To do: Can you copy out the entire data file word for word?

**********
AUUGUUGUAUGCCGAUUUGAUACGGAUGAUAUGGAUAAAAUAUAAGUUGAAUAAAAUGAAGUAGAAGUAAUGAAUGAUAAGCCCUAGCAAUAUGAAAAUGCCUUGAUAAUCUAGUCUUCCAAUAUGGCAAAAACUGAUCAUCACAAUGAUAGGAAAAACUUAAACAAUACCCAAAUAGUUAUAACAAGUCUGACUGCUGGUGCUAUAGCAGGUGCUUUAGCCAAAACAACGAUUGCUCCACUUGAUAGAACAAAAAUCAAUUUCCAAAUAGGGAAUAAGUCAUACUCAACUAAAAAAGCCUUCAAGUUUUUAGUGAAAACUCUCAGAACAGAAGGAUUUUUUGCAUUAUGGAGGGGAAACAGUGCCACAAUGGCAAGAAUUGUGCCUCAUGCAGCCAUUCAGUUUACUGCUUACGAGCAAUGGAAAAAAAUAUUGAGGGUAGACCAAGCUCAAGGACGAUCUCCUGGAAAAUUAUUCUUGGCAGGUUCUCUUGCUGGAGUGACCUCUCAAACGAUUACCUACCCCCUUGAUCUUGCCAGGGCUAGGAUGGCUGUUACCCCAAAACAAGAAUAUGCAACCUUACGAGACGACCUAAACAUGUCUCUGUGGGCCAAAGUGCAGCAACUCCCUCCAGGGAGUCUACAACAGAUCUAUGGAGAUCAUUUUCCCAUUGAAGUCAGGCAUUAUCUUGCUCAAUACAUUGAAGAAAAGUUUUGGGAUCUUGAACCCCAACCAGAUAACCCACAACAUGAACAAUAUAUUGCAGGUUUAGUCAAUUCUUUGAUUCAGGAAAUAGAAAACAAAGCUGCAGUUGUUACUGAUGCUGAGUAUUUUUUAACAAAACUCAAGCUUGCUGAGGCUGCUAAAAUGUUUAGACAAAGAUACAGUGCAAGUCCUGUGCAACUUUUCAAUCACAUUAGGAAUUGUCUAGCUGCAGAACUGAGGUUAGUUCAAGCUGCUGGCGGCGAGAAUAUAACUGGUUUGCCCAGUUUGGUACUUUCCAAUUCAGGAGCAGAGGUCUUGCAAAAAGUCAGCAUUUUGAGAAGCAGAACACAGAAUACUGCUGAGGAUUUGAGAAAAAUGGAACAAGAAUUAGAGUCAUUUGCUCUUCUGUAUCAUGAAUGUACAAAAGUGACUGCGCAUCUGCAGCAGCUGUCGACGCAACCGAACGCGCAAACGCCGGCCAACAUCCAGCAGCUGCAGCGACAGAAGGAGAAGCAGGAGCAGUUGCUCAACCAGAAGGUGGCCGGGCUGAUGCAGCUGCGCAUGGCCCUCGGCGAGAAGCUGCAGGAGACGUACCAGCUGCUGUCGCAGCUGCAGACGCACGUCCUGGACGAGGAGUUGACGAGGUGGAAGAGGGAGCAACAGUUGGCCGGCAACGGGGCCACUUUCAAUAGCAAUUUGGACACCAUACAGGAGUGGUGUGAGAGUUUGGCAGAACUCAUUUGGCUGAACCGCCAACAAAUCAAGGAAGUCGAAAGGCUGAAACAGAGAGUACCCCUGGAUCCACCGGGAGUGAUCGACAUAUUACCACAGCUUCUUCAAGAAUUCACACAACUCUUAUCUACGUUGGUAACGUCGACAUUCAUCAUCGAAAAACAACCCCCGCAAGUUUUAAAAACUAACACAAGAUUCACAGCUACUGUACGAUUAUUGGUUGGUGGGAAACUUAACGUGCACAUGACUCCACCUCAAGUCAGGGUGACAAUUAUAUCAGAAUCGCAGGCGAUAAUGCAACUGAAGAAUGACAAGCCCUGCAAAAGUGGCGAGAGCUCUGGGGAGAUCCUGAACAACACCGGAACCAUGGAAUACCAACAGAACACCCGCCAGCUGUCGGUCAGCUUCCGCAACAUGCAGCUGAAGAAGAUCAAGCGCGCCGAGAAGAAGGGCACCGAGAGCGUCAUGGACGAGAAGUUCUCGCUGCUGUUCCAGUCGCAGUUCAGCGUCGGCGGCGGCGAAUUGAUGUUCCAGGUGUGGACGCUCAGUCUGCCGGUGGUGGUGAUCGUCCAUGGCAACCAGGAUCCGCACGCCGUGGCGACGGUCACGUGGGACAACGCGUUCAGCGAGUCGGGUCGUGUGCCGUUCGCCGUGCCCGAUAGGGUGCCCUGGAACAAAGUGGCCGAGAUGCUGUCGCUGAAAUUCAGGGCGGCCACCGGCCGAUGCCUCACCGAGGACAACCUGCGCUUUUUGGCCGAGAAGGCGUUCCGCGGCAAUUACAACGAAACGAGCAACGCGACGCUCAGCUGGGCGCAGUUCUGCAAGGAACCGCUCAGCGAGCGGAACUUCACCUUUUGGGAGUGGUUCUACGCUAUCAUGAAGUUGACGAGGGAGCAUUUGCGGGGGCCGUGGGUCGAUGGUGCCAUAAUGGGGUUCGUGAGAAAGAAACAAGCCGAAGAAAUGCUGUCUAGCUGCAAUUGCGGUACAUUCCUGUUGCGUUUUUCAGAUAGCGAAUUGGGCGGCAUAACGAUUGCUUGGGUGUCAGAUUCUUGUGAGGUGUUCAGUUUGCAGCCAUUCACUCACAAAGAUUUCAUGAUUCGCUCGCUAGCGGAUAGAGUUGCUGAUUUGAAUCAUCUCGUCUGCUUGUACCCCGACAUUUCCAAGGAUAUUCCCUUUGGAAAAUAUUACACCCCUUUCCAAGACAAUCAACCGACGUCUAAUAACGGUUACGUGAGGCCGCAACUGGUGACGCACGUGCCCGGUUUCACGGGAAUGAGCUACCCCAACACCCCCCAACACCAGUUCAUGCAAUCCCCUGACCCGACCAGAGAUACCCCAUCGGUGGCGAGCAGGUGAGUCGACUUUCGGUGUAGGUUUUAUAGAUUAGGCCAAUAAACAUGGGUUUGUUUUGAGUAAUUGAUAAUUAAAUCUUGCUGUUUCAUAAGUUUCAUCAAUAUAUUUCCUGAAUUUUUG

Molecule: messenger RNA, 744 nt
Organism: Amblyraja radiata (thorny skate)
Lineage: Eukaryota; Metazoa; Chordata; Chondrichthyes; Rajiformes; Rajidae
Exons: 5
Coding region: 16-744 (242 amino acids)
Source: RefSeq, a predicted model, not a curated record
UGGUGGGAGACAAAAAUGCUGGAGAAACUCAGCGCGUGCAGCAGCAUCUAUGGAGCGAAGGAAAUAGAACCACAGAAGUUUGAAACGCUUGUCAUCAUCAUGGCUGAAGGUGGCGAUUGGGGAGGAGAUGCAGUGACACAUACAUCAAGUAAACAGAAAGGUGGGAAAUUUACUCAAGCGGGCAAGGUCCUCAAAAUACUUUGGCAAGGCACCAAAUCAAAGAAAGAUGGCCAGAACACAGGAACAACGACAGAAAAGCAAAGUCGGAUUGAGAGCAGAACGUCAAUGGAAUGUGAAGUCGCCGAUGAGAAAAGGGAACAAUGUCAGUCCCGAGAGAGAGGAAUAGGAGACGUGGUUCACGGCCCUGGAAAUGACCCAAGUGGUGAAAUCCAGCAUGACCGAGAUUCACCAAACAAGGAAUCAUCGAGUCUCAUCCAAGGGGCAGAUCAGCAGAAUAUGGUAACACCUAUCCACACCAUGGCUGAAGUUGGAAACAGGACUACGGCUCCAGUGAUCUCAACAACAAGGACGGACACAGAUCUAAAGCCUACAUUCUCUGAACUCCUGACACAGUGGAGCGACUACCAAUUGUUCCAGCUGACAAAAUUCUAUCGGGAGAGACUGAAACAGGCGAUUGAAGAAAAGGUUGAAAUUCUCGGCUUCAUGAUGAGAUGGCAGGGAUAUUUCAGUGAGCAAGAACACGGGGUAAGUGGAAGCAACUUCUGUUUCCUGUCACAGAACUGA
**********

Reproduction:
AUUGUUGUAUGCCGAUUUGAUACGGAUGAUAUGGAUAAAAUAUAAGUUGAAUAAAAUGAAGUAGAAGUAAUGAAUGAUAAGCCCUAGCAAUAUGAAAAUGCCUUGAUAAUCUAGUCUUCCAAUAUGGCAAAAACUGAUCAUCACAAUGAUAGGAAAAACUUAAACAAUACCCAAAUAGUUAUAACAAGUCUGACUGCUGGUGCUAUAGCAGGUGCUUUAGCCAAAACAACGAUUGCUCCACUUGAUAGAACAAAAAUCAAUUUCCAAAUAGGGAAUAAGUCAUACUCAACUAAAAAAGCCUUCAAGUUUUUAGUGAAAACUCUCAGAACAGAAGGAUUUUUUGCAUUAUGGAGGGGAAACAGUGCCACAAUGGCAAGAAUUGUGCCUCAUGCAGCCAUUCAGUUUACUGCUUACGAGCAAUGGAAAAAAAUAUUGAGGGUAGACCAAGCUCAAGGACGAUCUCCUGGAAAAUUAUUCUUGGCAGGUUCUCUUGCUGGAGUGACCUCUCAAACGAUUACCUACCCCCUUGAUCUUGCCAGGGCUAGGAUGGCUGUUACCCCAAAACAAGAAUAUGCAACCUUACGAGACGACCUAAACAUGUCUCUGUGGGCCAAAGUGCAGCAACUCCCUCCAGGGAGUCUACAACAGAUCUAUGGAGAUCAUUUUCCCAUUGAAGUCAGGCAUUAUCUUGCUCAAUACAUUGAAGAAAAGUUUUGGGAUCUUGAACCCCAACCAGAUAACCCACAACAUGAACAAUAUAUUGCAGGUUUAGUCAAUUCUUUGAUUCAGGAAAUAGAAAACAAAGCUGCAGUUGUUACUGAUGCUGAGUAUUUUUUAACAAAACUCAAGCUUGCUGAGGCUGCUAAAAUGUUUAGACAAAGAUACAGUGCAAGUCCUGUGCAACUUUUCAAUCACAUUAGGAAUUGUCUAGCUGCAGAACUGAGGUUAGUUCAAGCUGCUGGCGGCGAGAAUAUAACUGGUUUGCCCAGUUUGGUACUUUCCAAUUCAGGAGCAGAGGUCUUGCAAAAAGUCAGCAUUUUGAGAAGCAGAACACAGAAUACUGCUGAGGAUUUGAGAAAAAUGGAACAAGAAUUAGAGUCAUUUGCUCUUCUGUAUCAUGAAUGUACAAAAGUGACUGCGCAUCUGCAGCAGCUGUCGACGCAACCGAACGCGCAAACGCCGGCCAACAUCCAGCAGCUGCAGCGACAGAAGGAGAAGCAGGAGCAGUUGCUCAACCAGAAGGUGGCCGGGCUGAUGCAGCUGCGCAUGGCCCUCGGCGAGAAGCUGCAGGAGACGUACCAGCUGCUGUCGCAGCUGCAGACGCACGUCCUGGACGAGGAGUUGACGAGGUGGAAGAGGGAGCAACAGUUGGCCGGCAACGGGGCCACUUUCAAUAGCAAUUUGGACACCAUACAGGAGUGGUGUGAGAGUUUGGCAGAACUCAUUUGGCUGAACCGCCAACAAAUCAAGGAAGUCGAAAGGCUGAAACAGAGAGUACCCCUGGAUCCACCGGGAGUGAUCGACAUAUUACCACAGCUUCUUCAAGAAUUCACACAACUCUUAUCUACGUUGGUAACGUCGACAUUCAUCAUCGAAAAACAACCCCCGCAAGUUUUAAAAACUAACACAAGAUUCACAGCUACUGUACGAUUAUUGGUUGGUGGGAAACUUAACGUGCACAUGACUCCACCUCAAGUCAGGGUGACAAUUAUAUCAGAAUCGCAGGCGAUAAUGCAACUGAAGAAUGACAAGCCCUGCAAAAGUGGCGAGAGCUCUGGGGAGAUCCUGAACAACACCGGAACCAUGGAAUACCAACAGAACACCCGCCAGCUGUCGGUCAGCUUCCGCAACAUGCAGCUGAAGAAGAUCAAGCGCGCCGAGAAGAAGGGCACCGAGAGCGUCAUGGACGAGAAGUUCUCGCUGCUGUUCCAGUCGCAGUUCAGCGUCGGCGGCGGCGAAUUGAUGUUCCAGGUGUGGACGCUCAGUCUGCCGGUGGUGGUGAUCGUCCAUGGCAACCAGGAUCCGCACGCCGUGGCGACGGUCACGUGGGACAACGCGUUCAGCGAGUCGGGUCGUGUGCCGUUCGCCGUGCCCGAUAGGGUGCCCUGGAACAAAGUGGCCGAGAUGCUGUCGCUGAAAUUCAGGGCGGCCACCGGCCGAUGCCUCACCGAGGACAACCUGCGCUUUUUGGCCGAGAAGGCGUUCCGCGGCAAUUACAACGAAACGAGCAACGCGACGCUCAGCUGGGCGCAGUUCUGCAAGGAACCGCUCAGCGAGCGGAACUUCACCUUUUGGGAGUGGUUCUACGCUAUCAUGAAGUUGACGAGGGAGCAUUUGCGGGGGCCGUGGGUCGAUGGUGCCAUAAUGGGGUUCGUGAGAAAGAAACAAGCCGAAGAAAUGCUGUCUAGCUGCAAUUGCGGUACAUUCCUGUUGCGUUUUUCAGAUAGCGAAUUGGGCGGCAUAACGAUUGCUUGGGUGUCAGAUUCUUGUGAGGUGUUCAGUUUGCAGCCAUUCACUCACAAAGAUUUCAUGAUUCGCUCGCUAGCGGAUAGAGUUGCUGAUUUGAAUCAUCUCGUCUGCUUGUACCCCGACAUUUCCAAGGAUAUUCCCUUUGGAAAAUAUUACACCCCUUUCCAAGACAAUCAACCGACGUCUAAUAACGGUUACGUGAGGCCGCAACUGGUGACGCACGUGCCCGGUUUCACGGGAAUGAGCUACCCCAACACCCCCCAACACCAGUUCAUGCAAUCCCCUGACCCGACCAGAGAUACCCCAUCGGUGGCGAGCAGGUGAGUCGACUUUCGGUGUAGGUUUUAUAGAUUAGGCCAAUAAACAUGGGUUUGUUUUGAGUAAUUGAUAAUUAAAUCUUGCUGUUUCAUAAGUUUCAUCAAUAUAUUUCCUGAAUUUUUG

Molecule: messenger RNA, 744 nt
Organism: Amblyraja radiata (thorny skate)
Lineage: Eukaryota; Metazoa; Chordata; Chondrichthyes; Rajiformes; Rajidae
Exons: 5
Coding region: 16-744 (242 amino acids)
Source: RefSeq, a predicted model, not a curated record
UGGUGGGAGACAAAAAUGCUGGAGAAACUCAGCGCGUGCAGCAGCAUCUAUGGAGCGAAGGAAAUAGAACCACAGAAGUUUGAAACGCUUGUCAUCAUCAUGGCUGAAGGUGGCGAUUGGGGAGGAGAUGCAGUGACACAUACAUCAAGUAAACAGAAAGGUGGGAAAUUUACUCAAGCGGGCAAGGUCCUCAAAAUACUUUGGCAAGGCACCAAAUCAAAGAAAGAUGGCCAGAACACAGGAACAACGACAGAAAAGCAAAGUCGGAUUGAGAGCAGAACGUCAAUGGAAUGUGAAGUCGCCGAUGAGAAAAGGGAACAAUGUCAGUCCCGAGAGAGAGGAAUAGGAGACGUGGUUCACGGCCCUGGAAAUGACCCAAGUGGUGAAAUCCAGCAUGACCGAGAUUCACCAAACAAGGAAUCAUCGAGUCUCAUCCAAGGGGCAGAUCAGCAGAAUAUGGUAACACCUAUCCACACCAUGGCUGAAGUUGGAAACAGGACUACGGCUCCAGUGAUCUCAACAACAAGGACGGACACAGAUCUAAAGCCUACAUUCUCUGAACUCCUGACACAGUGGAGCGACUACCAAUUGUUCCAGCUGACAAAAUUCUAUCGGGAGAGACUGAAACAGGCGAUUGAAGAAAAGGUUGAAAUUCUCGGCUUCAUGAUGAGAUGGCAGGGAUAUUUCAGUGAGCAAGAACACGGGGUAAGUGGAAGCAACUUCUGUUUCCUGUCACAGAACUGA